Several scholars argue that Bashan itself, Og’s kingdom, is a reference to the underworld. The name Bashan likely derives from the proto-Semitic root ב.ת.נ. One meaning of this root, found in the Ugaritic term btn, is “serpent” or “dragon,” mentioned in several mythological texts.
In Deuteronomy 3, evidence for Bashan as a mythic place can be found just a few verses after the reference to Og as a remnant of the rephaʾim. When the text describes the land given to the half tribe of Manasseh, we are told that:
דברים ג:יג ...כֹּל חֶבֶל הָאַרְגֹּב לְכָל הַבָּשָׁן הַהוּא יִקָּרֵא אֶרֶץ רְפָאִים.
Deut 3:13 …The whole region of Argob: all that portion of Bashan used to be called a land of Rephaʾim.
If rephaʾim are shades, then Bashan is apparently the land of the dead. Another text which appears to treat Bashan as a supernatural realm is Psalm 68, which refers to Bashan in mythopoeic terms:
תהלים סח:טז הַר אֱלֹהִים הַר בָּשָׁן הַר גַּבְנֻנִּים הַר בָּשָׁן. סח:יז לָמָּה תְּרַצְּדוּן הָרִים גַּבְנֻנִּים הָהָר חָמַד אֱלֹהִים לְשִׁבְתּוֹ אַף יְ־הוָה יִשְׁכֹּן לָנֶצַח.... סח:כג אָמַר אֲדֹנָי מִבָּשָׁן אָשִׁיב אָשִׁיב מִמְּצֻלוֹת יָם.
Ps 68:(15)16 O mountain of God, mountain of Bashan; O many-peaked mountain, mountain of Bashan! 68:(16)17 Why do you look with envy, O many-peaked mountain, at the mount that God desired for his abode, where YHWH will reside forever?… 68:(22)23 The Lord said, “I will bring them back from Bashan, I will bring them back from the depths of the sea.”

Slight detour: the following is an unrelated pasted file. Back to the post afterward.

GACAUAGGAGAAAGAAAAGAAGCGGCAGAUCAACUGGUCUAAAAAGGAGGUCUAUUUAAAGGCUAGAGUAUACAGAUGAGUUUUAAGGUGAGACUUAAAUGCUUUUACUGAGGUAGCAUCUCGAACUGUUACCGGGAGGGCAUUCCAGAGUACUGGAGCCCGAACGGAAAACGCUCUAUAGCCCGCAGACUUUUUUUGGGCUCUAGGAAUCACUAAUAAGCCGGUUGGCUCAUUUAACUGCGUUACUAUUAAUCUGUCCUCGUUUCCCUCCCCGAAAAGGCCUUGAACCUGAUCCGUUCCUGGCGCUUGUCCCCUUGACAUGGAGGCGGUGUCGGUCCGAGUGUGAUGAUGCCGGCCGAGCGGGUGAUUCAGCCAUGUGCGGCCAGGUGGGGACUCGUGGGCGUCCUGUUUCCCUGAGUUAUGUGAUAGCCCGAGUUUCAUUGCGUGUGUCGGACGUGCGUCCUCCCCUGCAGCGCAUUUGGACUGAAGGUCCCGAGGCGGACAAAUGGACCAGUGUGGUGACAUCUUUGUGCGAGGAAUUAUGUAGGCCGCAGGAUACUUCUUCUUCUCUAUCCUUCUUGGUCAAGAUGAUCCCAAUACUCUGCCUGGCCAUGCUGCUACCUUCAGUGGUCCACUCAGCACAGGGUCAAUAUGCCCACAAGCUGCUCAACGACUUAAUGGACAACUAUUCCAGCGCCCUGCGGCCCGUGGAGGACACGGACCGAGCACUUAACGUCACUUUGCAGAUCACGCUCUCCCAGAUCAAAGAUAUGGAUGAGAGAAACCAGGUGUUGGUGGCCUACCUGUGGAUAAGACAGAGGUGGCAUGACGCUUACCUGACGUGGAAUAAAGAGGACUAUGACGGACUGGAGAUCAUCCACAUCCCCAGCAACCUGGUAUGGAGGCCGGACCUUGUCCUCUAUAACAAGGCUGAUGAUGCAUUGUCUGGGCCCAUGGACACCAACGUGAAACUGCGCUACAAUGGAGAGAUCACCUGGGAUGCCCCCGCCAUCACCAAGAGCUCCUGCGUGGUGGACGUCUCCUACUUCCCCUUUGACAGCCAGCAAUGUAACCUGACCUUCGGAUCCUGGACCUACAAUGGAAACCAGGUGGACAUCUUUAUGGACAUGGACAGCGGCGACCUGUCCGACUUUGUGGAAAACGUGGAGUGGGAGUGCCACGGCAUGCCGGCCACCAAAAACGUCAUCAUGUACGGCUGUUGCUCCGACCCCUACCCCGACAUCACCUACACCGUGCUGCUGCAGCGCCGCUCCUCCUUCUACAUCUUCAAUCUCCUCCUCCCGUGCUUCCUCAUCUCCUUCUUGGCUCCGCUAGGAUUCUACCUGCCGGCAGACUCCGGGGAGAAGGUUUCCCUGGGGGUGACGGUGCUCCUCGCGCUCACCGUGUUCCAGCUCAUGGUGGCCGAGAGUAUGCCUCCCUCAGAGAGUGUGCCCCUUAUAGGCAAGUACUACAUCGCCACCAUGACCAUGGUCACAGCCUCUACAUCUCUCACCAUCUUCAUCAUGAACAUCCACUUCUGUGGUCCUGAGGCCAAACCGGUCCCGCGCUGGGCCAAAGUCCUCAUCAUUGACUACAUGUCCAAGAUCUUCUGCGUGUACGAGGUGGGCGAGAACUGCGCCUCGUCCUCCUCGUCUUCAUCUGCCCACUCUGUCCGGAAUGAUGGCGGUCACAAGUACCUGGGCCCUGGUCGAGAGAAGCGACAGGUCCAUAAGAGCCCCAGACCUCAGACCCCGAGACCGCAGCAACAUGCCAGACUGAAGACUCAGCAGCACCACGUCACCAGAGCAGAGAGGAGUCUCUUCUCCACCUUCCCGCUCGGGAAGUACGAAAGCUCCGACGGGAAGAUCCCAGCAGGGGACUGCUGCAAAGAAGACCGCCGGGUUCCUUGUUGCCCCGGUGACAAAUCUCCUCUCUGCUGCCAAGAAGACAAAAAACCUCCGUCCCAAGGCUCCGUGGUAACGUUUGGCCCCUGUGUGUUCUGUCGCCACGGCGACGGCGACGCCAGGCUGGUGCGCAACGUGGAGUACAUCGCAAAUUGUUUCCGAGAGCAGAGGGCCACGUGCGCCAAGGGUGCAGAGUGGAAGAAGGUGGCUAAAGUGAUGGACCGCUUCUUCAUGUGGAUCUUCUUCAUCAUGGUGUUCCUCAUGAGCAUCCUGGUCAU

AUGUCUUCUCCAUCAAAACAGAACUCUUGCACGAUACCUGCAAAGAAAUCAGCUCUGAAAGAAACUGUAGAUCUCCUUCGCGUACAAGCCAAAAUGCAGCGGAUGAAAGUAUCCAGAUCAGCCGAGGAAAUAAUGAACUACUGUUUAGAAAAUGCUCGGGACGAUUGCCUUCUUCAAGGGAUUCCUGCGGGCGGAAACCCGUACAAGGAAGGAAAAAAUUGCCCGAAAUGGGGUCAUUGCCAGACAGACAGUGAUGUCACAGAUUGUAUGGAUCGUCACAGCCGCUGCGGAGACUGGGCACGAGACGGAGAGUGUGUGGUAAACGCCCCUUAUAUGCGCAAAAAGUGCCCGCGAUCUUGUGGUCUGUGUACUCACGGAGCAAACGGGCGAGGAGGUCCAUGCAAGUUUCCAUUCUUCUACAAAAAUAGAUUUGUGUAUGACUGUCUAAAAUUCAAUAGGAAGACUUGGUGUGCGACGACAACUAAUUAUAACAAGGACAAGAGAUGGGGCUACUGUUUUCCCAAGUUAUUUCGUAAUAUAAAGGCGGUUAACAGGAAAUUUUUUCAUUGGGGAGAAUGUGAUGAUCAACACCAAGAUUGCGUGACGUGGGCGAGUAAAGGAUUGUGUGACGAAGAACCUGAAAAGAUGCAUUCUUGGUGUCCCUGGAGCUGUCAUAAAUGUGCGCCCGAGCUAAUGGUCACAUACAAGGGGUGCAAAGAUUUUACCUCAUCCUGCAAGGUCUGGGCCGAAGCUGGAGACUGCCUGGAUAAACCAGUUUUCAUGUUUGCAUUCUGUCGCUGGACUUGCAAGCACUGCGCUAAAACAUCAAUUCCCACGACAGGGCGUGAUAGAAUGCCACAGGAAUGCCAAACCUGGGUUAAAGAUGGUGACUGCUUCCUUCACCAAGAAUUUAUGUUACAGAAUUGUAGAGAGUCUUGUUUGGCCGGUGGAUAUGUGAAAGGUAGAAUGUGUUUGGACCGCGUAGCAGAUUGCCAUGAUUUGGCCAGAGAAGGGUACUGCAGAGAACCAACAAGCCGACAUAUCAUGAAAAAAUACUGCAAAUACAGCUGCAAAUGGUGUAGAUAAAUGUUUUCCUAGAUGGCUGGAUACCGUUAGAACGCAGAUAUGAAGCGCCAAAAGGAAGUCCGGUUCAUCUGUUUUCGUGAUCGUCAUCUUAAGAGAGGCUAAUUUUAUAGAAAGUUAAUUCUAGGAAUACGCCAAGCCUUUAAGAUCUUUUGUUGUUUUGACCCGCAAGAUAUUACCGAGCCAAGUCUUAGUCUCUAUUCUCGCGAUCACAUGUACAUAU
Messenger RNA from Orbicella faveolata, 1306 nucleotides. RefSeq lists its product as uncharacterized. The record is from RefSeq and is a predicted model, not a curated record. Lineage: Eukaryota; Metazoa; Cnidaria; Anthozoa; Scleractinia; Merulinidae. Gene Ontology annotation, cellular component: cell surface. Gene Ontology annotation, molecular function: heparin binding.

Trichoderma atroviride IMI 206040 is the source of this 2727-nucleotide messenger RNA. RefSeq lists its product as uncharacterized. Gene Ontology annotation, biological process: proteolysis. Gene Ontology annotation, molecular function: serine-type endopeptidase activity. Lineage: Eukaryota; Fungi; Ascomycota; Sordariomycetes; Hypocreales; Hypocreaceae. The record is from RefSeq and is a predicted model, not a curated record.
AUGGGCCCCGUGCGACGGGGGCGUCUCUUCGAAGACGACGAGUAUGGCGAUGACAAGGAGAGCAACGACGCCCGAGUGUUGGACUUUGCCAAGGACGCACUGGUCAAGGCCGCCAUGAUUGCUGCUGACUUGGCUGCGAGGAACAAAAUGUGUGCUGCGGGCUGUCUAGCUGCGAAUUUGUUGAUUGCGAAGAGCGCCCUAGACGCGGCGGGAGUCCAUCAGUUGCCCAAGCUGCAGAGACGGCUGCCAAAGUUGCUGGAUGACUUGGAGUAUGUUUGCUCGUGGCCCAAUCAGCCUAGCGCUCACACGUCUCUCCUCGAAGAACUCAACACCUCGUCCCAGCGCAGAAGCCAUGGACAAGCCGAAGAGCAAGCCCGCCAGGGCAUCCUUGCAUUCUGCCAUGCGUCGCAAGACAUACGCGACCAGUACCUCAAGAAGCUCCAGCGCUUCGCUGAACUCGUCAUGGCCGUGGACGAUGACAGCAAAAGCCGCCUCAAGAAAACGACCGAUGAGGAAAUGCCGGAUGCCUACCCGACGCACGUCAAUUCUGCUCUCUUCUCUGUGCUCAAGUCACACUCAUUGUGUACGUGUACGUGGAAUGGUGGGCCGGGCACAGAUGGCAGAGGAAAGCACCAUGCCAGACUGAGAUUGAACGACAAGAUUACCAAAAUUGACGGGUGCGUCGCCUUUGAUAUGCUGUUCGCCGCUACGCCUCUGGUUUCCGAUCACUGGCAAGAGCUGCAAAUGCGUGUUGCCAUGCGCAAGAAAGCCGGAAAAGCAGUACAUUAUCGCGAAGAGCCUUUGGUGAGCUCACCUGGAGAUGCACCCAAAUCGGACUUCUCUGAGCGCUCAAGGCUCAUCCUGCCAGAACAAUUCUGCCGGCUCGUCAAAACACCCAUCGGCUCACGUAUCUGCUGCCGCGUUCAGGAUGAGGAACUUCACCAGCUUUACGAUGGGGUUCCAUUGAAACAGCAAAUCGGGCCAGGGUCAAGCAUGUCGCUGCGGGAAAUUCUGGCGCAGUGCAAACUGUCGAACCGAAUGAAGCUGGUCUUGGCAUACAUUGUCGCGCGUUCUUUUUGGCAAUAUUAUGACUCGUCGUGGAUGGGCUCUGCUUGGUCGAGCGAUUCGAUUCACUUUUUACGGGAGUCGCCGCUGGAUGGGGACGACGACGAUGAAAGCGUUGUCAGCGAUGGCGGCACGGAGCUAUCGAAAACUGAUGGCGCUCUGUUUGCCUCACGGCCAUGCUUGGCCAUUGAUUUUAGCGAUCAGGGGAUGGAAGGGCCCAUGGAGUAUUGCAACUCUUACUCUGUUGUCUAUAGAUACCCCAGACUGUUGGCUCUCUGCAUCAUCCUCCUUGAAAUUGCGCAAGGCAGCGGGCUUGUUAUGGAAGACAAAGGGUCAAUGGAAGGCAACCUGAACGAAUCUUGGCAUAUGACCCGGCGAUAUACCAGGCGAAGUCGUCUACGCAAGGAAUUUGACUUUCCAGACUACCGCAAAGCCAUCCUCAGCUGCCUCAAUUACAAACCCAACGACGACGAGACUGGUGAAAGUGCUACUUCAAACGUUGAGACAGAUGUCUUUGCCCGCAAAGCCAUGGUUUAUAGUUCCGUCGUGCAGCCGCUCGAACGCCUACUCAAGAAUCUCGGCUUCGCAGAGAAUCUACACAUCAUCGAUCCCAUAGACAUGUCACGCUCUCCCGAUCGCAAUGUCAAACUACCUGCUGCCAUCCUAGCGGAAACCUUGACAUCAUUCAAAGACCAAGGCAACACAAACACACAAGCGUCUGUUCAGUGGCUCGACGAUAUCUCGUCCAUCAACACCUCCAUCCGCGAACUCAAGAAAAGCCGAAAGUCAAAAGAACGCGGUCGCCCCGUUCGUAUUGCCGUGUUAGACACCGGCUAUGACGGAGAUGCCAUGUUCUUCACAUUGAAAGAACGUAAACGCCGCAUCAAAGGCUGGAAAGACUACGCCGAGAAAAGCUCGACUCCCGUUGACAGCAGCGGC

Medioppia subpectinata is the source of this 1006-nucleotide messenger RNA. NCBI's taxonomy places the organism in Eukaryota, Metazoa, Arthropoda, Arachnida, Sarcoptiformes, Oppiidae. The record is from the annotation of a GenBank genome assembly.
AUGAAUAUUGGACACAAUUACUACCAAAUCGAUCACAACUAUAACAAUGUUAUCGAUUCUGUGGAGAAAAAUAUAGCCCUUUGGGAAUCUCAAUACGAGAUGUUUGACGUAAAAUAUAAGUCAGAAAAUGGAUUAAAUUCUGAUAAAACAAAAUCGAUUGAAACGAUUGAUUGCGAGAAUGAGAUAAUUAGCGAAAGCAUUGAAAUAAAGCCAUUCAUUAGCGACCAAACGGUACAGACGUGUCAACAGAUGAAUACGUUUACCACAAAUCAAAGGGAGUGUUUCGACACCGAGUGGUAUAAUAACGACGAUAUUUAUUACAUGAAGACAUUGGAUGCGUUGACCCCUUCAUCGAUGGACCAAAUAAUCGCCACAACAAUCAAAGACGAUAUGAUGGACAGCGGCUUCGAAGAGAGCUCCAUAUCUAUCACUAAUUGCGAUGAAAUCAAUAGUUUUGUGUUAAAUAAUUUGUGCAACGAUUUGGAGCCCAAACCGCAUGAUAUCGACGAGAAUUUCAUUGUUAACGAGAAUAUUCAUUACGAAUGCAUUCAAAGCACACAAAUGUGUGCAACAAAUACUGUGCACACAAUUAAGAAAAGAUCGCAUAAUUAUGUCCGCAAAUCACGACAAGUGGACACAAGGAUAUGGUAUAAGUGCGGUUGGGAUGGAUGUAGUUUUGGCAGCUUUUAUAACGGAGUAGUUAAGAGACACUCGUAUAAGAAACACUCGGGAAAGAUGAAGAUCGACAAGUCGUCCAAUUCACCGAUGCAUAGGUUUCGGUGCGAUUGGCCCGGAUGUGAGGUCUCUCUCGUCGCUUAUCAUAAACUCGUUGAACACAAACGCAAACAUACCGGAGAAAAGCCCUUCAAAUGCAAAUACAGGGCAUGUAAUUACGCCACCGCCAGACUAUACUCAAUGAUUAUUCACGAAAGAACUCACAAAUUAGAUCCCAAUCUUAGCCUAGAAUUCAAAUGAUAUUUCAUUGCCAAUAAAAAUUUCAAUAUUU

Bashan here is a place that God desires to have as an abode, and it parallels the depths of the sea. Though not the underworld per se, this strengthens the idea that Bashan is a mythical place. To further buttress this identification, scholars have noted that in Numbers 21 (vv. 10–11), the Israelites travel through אֹבֹת (ʾOboth) and עִיֵּי הָעֲבָרִים (ʿIye-ha-ʿabbarim) to get to Bashan; these places can be translated as “ghosts” and “ruins of those passed away.”
Following this interpretation, Og’s defeat takes on a mythic symbolism in which the destruction of Og and his troops signifies not just the displacement of an enemy nation, but, as Professor Francesca Stavrakopoulou of the University of Exeter puts it, “the displacement of these underworld denizens from possession of the land.” And yet, this argument is far from conclusive.
Bashan—Just a Fertile Land